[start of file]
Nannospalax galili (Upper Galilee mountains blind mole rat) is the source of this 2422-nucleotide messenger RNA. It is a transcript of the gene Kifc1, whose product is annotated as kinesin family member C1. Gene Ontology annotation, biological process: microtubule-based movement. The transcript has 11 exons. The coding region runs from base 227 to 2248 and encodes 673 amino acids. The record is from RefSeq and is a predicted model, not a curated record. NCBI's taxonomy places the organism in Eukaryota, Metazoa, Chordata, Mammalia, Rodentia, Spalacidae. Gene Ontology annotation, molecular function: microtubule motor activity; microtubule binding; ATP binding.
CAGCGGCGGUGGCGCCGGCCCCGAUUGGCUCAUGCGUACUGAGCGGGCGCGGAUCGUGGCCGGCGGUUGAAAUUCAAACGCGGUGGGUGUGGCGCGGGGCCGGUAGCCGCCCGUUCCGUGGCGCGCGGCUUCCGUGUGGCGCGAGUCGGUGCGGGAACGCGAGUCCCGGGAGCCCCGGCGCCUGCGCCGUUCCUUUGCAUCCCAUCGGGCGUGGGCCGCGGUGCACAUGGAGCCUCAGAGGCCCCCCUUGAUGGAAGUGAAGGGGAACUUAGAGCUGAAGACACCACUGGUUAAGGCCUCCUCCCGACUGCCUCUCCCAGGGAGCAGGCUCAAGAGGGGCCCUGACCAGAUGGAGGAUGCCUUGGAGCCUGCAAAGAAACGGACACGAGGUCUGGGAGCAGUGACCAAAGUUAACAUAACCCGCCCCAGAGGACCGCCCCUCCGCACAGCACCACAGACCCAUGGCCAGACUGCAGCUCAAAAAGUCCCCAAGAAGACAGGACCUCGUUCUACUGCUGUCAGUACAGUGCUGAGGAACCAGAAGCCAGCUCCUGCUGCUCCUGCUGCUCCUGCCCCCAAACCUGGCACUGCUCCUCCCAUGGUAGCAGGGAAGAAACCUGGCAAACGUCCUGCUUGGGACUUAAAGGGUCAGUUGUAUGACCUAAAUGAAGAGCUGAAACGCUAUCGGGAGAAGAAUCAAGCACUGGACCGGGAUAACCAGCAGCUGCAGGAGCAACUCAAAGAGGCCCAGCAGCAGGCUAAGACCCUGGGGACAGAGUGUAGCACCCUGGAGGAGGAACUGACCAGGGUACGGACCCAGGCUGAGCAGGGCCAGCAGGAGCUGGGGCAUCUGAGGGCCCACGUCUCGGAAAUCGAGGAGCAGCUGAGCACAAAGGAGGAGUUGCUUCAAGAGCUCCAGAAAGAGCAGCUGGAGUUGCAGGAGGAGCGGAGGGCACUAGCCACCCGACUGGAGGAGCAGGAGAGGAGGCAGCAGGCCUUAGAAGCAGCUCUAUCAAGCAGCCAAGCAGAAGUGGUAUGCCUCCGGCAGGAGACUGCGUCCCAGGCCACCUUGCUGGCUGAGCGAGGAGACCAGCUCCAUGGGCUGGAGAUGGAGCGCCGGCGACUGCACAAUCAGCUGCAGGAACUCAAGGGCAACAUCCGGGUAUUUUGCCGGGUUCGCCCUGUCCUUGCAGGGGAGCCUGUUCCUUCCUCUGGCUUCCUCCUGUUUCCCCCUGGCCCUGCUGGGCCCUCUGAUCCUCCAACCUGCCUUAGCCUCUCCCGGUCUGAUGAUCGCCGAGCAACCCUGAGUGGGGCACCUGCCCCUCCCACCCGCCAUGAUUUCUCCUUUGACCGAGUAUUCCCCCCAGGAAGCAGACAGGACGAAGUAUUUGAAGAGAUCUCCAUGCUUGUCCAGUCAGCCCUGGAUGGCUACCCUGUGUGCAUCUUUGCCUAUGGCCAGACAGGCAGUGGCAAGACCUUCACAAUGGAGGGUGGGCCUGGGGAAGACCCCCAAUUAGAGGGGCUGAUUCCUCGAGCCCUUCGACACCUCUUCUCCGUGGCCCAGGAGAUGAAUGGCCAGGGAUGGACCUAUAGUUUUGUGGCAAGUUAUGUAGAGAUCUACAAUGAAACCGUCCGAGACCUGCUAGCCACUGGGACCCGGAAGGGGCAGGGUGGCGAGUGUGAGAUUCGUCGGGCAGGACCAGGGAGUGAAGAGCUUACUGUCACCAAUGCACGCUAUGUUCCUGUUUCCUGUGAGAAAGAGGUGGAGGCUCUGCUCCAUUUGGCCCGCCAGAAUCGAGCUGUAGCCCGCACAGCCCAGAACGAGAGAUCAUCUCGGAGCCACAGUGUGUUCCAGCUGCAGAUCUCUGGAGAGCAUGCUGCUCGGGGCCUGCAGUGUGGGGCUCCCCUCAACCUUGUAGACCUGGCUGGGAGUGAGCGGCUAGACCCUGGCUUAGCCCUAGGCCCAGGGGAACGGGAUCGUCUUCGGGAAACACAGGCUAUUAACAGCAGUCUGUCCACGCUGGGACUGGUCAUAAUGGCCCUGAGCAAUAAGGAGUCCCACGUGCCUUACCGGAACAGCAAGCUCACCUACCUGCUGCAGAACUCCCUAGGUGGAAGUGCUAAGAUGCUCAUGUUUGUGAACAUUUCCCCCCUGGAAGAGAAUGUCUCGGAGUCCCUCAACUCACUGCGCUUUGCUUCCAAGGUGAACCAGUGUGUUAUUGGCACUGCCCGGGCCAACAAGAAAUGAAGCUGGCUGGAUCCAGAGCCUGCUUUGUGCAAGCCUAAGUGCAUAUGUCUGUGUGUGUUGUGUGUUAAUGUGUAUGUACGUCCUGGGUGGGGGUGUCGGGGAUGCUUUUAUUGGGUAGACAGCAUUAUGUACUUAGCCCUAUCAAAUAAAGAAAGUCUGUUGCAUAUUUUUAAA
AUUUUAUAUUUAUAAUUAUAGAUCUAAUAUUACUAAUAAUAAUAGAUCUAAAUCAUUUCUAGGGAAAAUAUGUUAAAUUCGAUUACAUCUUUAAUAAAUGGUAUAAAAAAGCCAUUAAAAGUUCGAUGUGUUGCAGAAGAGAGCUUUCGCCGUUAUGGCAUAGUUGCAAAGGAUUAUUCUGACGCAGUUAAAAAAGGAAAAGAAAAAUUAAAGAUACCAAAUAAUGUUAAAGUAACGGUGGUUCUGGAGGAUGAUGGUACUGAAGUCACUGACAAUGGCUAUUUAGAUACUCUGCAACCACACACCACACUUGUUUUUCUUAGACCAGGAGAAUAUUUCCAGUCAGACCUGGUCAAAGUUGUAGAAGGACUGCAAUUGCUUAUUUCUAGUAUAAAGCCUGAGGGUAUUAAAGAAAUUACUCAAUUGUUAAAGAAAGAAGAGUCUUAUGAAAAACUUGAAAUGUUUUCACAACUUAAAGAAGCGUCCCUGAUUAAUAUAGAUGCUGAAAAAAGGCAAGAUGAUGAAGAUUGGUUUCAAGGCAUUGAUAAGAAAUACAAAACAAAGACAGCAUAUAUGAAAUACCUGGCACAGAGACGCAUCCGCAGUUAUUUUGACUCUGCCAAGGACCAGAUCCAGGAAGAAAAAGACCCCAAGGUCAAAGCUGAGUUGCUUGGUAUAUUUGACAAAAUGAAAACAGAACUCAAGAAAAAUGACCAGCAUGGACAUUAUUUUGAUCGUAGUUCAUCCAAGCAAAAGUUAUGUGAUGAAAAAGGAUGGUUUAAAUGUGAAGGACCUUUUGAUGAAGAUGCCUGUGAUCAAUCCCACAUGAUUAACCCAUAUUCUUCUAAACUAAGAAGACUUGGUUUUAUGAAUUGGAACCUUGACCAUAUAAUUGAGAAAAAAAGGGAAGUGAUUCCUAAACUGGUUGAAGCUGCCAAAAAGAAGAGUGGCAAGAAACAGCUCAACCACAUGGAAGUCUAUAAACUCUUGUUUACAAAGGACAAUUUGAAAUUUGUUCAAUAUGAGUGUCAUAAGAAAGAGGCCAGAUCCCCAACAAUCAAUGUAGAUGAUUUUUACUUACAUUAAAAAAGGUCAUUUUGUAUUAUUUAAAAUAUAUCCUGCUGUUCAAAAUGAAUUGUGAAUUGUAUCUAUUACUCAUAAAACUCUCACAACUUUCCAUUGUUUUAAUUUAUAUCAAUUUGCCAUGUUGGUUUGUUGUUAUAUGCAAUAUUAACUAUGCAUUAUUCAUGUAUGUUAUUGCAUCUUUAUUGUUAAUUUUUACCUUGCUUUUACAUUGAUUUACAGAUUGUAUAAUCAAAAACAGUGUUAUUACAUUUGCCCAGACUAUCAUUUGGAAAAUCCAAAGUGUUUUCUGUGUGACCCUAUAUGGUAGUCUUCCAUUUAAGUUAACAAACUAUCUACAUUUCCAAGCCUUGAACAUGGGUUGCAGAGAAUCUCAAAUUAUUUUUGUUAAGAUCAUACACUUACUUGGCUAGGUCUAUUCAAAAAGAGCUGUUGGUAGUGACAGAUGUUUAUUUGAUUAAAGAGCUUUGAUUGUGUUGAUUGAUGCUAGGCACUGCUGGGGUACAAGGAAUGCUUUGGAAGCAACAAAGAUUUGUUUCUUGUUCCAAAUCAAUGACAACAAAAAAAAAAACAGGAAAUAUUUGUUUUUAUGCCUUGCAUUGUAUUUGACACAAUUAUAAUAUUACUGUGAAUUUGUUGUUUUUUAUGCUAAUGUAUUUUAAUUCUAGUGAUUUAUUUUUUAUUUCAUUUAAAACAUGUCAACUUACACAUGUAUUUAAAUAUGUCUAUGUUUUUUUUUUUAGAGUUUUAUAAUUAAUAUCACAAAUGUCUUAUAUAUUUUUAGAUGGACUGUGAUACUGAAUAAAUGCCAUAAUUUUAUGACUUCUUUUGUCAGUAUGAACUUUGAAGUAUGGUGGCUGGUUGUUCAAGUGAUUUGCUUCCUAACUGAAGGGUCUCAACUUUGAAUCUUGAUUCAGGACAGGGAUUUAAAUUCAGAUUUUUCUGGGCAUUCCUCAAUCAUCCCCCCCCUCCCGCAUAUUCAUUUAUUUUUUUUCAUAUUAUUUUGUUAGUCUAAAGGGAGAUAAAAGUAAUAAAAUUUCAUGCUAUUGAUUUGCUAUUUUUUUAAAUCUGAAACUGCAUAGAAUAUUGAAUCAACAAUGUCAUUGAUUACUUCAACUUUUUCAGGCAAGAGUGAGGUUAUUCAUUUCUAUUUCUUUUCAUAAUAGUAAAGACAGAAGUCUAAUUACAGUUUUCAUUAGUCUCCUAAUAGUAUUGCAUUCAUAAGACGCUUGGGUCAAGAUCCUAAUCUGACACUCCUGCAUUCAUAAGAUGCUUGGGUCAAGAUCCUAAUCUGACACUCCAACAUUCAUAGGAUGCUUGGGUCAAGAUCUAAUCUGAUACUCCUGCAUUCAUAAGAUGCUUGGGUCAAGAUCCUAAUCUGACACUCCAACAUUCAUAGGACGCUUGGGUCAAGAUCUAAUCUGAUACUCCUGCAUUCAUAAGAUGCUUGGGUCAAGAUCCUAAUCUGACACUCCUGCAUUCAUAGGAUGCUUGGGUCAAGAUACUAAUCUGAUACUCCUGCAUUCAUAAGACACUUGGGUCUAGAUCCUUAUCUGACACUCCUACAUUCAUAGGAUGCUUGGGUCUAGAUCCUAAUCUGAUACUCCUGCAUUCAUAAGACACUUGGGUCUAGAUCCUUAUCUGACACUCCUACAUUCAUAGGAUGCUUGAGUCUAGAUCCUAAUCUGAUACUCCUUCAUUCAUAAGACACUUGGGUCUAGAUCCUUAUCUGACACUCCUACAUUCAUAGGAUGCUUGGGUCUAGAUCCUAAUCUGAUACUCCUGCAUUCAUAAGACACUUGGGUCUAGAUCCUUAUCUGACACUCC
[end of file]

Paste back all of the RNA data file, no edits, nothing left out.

Nannospalax galili (Upper Galilee mountains blind mole rat) is the source of this 2422-nucleotide messenger RNA. It is a transcript of the gene Kifc1, whose product is annotated as kinesin family member C1. Gene Ontology annotation, biological process: microtubule-based movement. The transcript has 11 exons. The coding region runs from base 227 to 2248 and encodes 673 amino acids. The record is from RefSeq and is a predicted model, not a curated record. NCBI's taxonomy places the organism in Eukaryota, Metazoa, Chordata, Mammalia, Rodentia, Spalacidae. Gene Ontology annotation, molecular function: microtubule motor activity; microtubule binding; ATP binding.
CAGCGGCGGUGGCGCCGGCCCCGAUUGGCUCAUGCGUACUGAGCGGGCGCGGAUCGUGGCCGGCGGUUGAAAUUCAAACGCGGUGGGUGUGGCGCGGGGCCGGUAGCCGCCCGUUCCGUGGCGCGCGGCUUCCGUGUGGCGCGAGUCGGUGCGGGAACGCGAGUCCCGGGAGCCCCGGCGCCUGCGCCGUUCCUUUGCAUCCCAUCGGGCGUGGGCCGCGGUGCACAUGGAGCCUCAGAGGCCCCCCUUGAUGGAAGUGAAGGGGAACUUAGAGCUGAAGACACCACUGGUUAAGGCCUCCUCCCGACUGCCUCUCCCAGGGAGCAGGCUCAAGAGGGGCCCUGACCAGAUGGAGGAUGCCUUGGAGCCUGCAAAGAAACGGACACGAGGUCUGGGAGCAGUGACCAAAGUUAACAUAACCCGCCCCAGAGGACCGCCCCUCCGCACAGCACCACAGACCCAUGGCCAGACUGCAGCUCAAAAAGUCCCCAAGAAGACAGGACCUCGUUCUACUGCUGUCAGUACAGUGCUGAGGAACCAGAAGCCAGCUCCUGCUGCUCCUGCUGCUCCUGCCCCCAAACCUGGCACUGCUCCUCCCAUGGUAGCAGGGAAGAAACCUGGCAAACGUCCUGCUUGGGACUUAAAGGGUCAGUUGUAUGACCUAAAUGAAGAGCUGAAACGCUAUCGGGAGAAGAAUCAAGCACUGGACCGGGAUAACCAGCAGCUGCAGGAGCAACUCAAAGAGGCCCAGCAGCAGGCUAAGACCCUGGGGACAGAGUGUAGCACCCUGGAGGAGGAACUGACCAGGGUACGGACCCAGGCUGAGCAGGGCCAGCAGGAGCUGGGGCAUCUGAGGGCCCACGUCUCGGAAAUCGAGGAGCAGCUGAGCACAAAGGAGGAGUUGCUUCAAGAGCUCCAGAAAGAGCAGCUGGAGUUGCAGGAGGAGCGGAGGGCACUAGCCACCCGACUGGAGGAGCAGGAGAGGAGGCAGCAGGCCUUAGAAGCAGCUCUAUCAAGCAGCCAAGCAGAAGUGGUAUGCCUCCGGCAGGAGACUGCGUCCCAGGCCACCUUGCUGGCUGAGCGAGGAGACCAGCUCCAUGGGCUGGAGAUGGAGCGCCGGCGACUGCACAAUCAGCUGCAGGAACUCAAGGGCAACAUCCGGGUAUUUUGCCGGGUUCGCCCUGUCCUUGCAGGGGAGCCUGUUCCUUCCUCUGGCUUCCUCCUGUUUCCCCCUGGCCCUGCUGGGCCCUCUGAUCCUCCAACCUGCCUUAGCCUCUCCCGGUCUGAUGAUCGCCGAGCAACCCUGAGUGGGGCACCUGCCCCUCCCACCCGCCAUGAUUUCUCCUUUGACCGAGUAUUCCCCCCAGGAAGCAGACAGGACGAAGUAUUUGAAGAGAUCUCCAUGCUUGUCCAGUCAGCCCUGGAUGGCUACCCUGUGUGCAUCUUUGCCUAUGGCCAGACAGGCAGUGGCAAGACCUUCACAAUGGAGGGUGGGCCUGGGGAAGACCCCCAAUUAGAGGGGCUGAUUCCUCGAGCCCUUCGACACCUCUUCUCCGUGGCCCAGGAGAUGAAUGGCCAGGGAUGGACCUAUAGUUUUGUGGCAAGUUAUGUAGAGAUCUACAAUGAAACCGUCCGAGACCUGCUAGCCACUGGGACCCGGAAGGGGCAGGGUGGCGAGUGUGAGAUUCGUCGGGCAGGACCAGGGAGUGAAGAGCUUACUGUCACCAAUGCACGCUAUGUUCCUGUUUCCUGUGAGAAAGAGGUGGAGGCUCUGCUCCAUUUGGCCCGCCAGAAUCGAGCUGUAGCCCGCACAGCCCAGAACGAGAGAUCAUCUCGGAGCCACAGUGUGUUCCAGCUGCAGAUCUCUGGAGAGCAUGCUGCUCGGGGCCUGCAGUGUGGGGCUCCCCUCAACCUUGUAGACCUGGCUGGGAGUGAGCGGCUAGACCCUGGCUUAGCCCUAGGCCCAGGGGAACGGGAUCGUCUUCGGGAAACACAGGCUAUUAACAGCAGUCUGUCCACGCUGGGACUGGUCAUAAUGGCCCUGAGCAAUAAGGAGUCCCACGUGCCUUACCGGAACAGCAAGCUCACCUACCUGCUGCAGAACUCCCUAGGUGGAAGUGCUAAGAUGCUCAUGUUUGUGAACAUUUCCCCCCUGGAAGAGAAUGUCUCGGAGUCCCUCAACUCACUGCGCUUUGCUUCCAAGGUGAACCAGUGUGUUAUUGGCACUGCCCGGGCCAACAAGAAAUGAAGCUGGCUGGAUCCAGAGCCUGCUUUGUGCAAGCCUAAGUGCAUAUGUCUGUGUGUGUUGUGUGUUAAUGUGUAUGUACGUCCUGGGUGGGGGUGUCGGGGAUGCUUUUAUUGGGUAGACAGCAUUAUGUACUUAGCCCUAUCAAAUAAAGAAAGUCUGUUGCAUAUUUUUAAA
AUUUUAUAUUUAUAAUUAUAGAUCUAAUAUUACUAAUAAUAAUAGAUCUAAAUCAUUUCUAGGGAAAAUAUGUUAAAUUCGAUUACAUCUUUAAUAAAUGGUAUAAAAAAGCCAUUAAAAGUUCGAUGUGUUGCAGAAGAGAGCUUUCGCCGUUAUGGCAUAGUUGCAAAGGAUUAUUCUGACGCAGUUAAAAAAGGAAAAGAAAAAUUAAAGAUACCAAAUAAUGUUAAAGUAACGGUGGUUCUGGAGGAUGAUGGUACUGAAGUCACUGACAAUGGCUAUUUAGAUACUCUGCAACCACACACCACACUUGUUUUUCUUAGACCAGGAGAAUAUUUCCAGUCAGACCUGGUCAAAGUUGUAGAAGGACUGCAAUUGCUUAUUUCUAGUAUAAAGCCUGAGGGUAUUAAAGAAAUUACUCAAUUGUUAAAGAAAGAAGAGUCUUAUGAAAAACUUGAAAUGUUUUCACAACUUAAAGAAGCGUCCCUGAUUAAUAUAGAUGCUGAAAAAAGGCAAGAUGAUGAAGAUUGGUUUCAAGGCAUUGAUAAGAAAUACAAAACAAAGACAGCAUAUAUGAAAUACCUGGCACAGAGACGCAUCCGCAGUUAUUUUGACUCUGCCAAGGACCAGAUCCAGGAAGAAAAAGACCCCAAGGUCAAAGCUGAGUUGCUUGGUAUAUUUGACAAAAUGAAAACAGAACUCAAGAAAAAUGACCAGCAUGGACAUUAUUUUGAUCGUAGUUCAUCCAAGCAAAAGUUAUGUGAUGAAAAAGGAUGGUUUAAAUGUGAAGGACCUUUUGAUGAAGAUGCCUGUGAUCAAUCCCACAUGAUUAACCCAUAUUCUUCUAAACUAAGAAGACUUGGUUUUAUGAAUUGGAACCUUGACCAUAUAAUUGAGAAAAAAAGGGAAGUGAUUCCUAAACUGGUUGAAGCUGCCAAAAAGAAGAGUGGCAAGAAACAGCUCAACCACAUGGAAGUCUAUAAACUCUUGUUUACAAAGGACAAUUUGAAAUUUGUUCAAUAUGAGUGUCAUAAGAAAGAGGCCAGAUCCCCAACAAUCAAUGUAGAUGAUUUUUACUUACAUUAAAAAAGGUCAUUUUGUAUUAUUUAAAAUAUAUCCUGCUGUUCAAAAUGAAUUGUGAAUUGUAUCUAUUACUCAUAAAACUCUCACAACUUUCCAUUGUUUUAAUUUAUAUCAAUUUGCCAUGUUGGUUUGUUGUUAUAUGCAAUAUUAACUAUGCAUUAUUCAUGUAUGUUAUUGCAUCUUUAUUGUUAAUUUUUACCUUGCUUUUACAUUGAUUUACAGAUUGUAUAAUCAAAAACAGUGUUAUUACAUUUGCCCAGACUAUCAUUUGGAAAAUCCAAAGUGUUUUCUGUGUGACCCUAUAUGGUAGUCUUCCAUUUAAGUUAACAAACUAUCUACAUUUCCAAGCCUUGAACAUGGGUUGCAGAGAAUCUCAAAUUAUUUUUGUUAAGAUCAUACACUUACUUGGCUAGGUCUAUUCAAAAAGAGCUGUUGGUAGUGACAGAUGUUUAUUUGAUUAAAGAGCUUUGAUUGUGUUGAUUGAUGCUAGGCACUGCUGGGGUACAAGGAAUGCUUUGGAAGCAACAAAGAUUUGUUUCUUGUUCCAAAUCAAUGACAACAAAAAAAAAAACAGGAAAUAUUUGUUUUUAUGCCUUGCAUUGUAUUUGACACAAUUAUAAUAUUACUGUGAAUUUGUUGUUUUUUAUGCUAAUGUAUUUUAAUUCUAGUGAUUUAUUUUUUAUUUCAUUUAAAACAUGUCAACUUACACAUGUAUUUAAAUAUGUCUAUGUUUUUUUUUUUAGAGUUUUAUAAUUAAUAUCACAAAUGUCUUAUAUAUUUUUAGAUGGACUGUGAUACUGAAUAAAUGCCAUAAUUUUAUGACUUCUUUUGUCAGUAUGAACUUUGAAGUAUGGUGGCUGGUUGUUCAAGUGAUUUGCUUCCUAACUGAAGGGUCUCAACUUUGAAUCUUGAUUCAGGACAGGGAUUUAAAUUCAGAUUUUUCUGGGCAUUCCUCAAUCAUCCCCCCCCUCCCGCAUAUUCAUUUAUUUUUUUUCAUAUUAUUUUGUUAGUCUAAAGGGAGAUAAAAGUAAUAAAAUUUCAUGCUAUUGAUUUGCUAUUUUUUUAAAUCUGAAACUGCAUAGAAUAUUGAAUCAACAAUGUCAUUGAUUACUUCAACUUUUUCAGGCAAGAGUGAGGUUAUUCAUUUCUAUUUCUUUUCAUAAUAGUAAAGACAGAAGUCUAAUUACAGUUUUCAUUAGUCUCCUAAUAGUAUUGCAUUCAUAAGACGCUUGGGUCAAGAUCCUAAUCUGACACUCCUGCAUUCAUAAGAUGCUUGGGUCAAGAUCCUAAUCUGACACUCCAACAUUCAUAGGAUGCUUGGGUCAAGAUCUAAUCUGAUACUCCUGCAUUCAUAAGAUGCUUGGGUCAAGAUCCUAAUCUGACACUCCAACAUUCAUAGGACGCUUGGGUCAAGAUCUAAUCUGAUACUCCUGCAUUCAUAAGAUGCUUGGGUCAAGAUCCUAAUCUGACACUCCUGCAUUCAUAGGAUGCUUGGGUCAAGAUACUAAUCUGAUACUCCUGCAUUCAUAAGACACUUGGGUCUAGAUCCUUAUCUGACACUCCUACAUUCAUAGGAUGCUUGGGUCUAGAUCCUAAUCUGAUACUCCUGCAUUCAUAAGACACUUGGGUCUAGAUCCUUAUCUGACACUCCUACAUUCAUAGGAUGCUUGAGUCUAGAUCCUAAUCUGAUACUCCUUCAUUCAUAAGACACUUGGGUCUAGAUCCUUAUCUGACACUCCUACAUUCAUAGGAUGCUUGGGUCUAGAUCCUAAUCUGAUACUCCUGCAUUCAUAAGACACUUGGGUCUAGAUCCUUAUCUGACACUCC